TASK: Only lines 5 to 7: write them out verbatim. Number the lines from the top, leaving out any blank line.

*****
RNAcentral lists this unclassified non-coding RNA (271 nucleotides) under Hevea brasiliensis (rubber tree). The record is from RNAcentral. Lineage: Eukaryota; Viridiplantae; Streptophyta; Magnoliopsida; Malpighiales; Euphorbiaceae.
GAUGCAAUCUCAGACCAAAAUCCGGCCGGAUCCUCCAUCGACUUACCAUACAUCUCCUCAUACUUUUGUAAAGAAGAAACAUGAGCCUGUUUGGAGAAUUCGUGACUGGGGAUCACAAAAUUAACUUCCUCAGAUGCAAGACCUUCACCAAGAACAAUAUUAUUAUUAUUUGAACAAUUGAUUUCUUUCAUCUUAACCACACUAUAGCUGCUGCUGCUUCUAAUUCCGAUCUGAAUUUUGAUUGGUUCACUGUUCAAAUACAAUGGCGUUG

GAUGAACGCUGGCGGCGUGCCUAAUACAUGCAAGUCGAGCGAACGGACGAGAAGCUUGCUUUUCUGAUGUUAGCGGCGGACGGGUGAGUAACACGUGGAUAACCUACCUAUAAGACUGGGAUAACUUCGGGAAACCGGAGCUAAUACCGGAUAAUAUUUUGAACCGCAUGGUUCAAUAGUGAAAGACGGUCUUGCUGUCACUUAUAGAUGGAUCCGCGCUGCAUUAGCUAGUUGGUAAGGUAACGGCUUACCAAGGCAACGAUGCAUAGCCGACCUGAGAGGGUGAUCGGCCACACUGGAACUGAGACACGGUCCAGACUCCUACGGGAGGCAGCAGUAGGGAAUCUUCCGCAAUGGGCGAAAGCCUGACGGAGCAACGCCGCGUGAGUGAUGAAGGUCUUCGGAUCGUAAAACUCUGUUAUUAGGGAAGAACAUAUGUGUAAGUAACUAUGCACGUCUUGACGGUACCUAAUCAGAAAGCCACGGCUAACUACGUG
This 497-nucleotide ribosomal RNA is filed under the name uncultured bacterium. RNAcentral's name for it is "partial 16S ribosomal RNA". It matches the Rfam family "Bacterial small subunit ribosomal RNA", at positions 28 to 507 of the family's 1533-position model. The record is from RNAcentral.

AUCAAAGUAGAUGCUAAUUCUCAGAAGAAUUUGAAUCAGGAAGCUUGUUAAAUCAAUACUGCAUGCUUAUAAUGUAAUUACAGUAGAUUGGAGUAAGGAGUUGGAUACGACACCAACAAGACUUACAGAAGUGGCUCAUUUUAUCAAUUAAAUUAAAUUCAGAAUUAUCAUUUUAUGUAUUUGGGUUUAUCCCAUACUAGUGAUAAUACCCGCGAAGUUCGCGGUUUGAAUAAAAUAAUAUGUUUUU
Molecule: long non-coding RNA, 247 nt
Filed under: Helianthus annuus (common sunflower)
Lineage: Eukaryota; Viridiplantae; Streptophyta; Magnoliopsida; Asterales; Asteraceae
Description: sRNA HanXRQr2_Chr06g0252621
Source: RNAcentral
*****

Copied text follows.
AUCAAAGUAGAUGCUAAUUCUCAGAAGAAUUUGAAUCAGGAAGCUUGUUAAAUCAAUACUGCAUGCUUAUAAUGUAAUUACAGUAGAUUGGAGUAAGGAGUUGGAUACGACACCAACAAGACUUACAGAAGUGGCUCAUUUUAUCAAUUAAAUUAAAUUCAGAAUUAUCAUUUUAUGUAUUUGGGUUUAUCCCAUACUAGUGAUAAUACCCGCGAAGUUCGCGGUUUGAAUAAAAUAAUAUGUUUUU
Molecule: long non-coding RNA, 247 nt
Filed under: Helianthus annuus (common sunflower)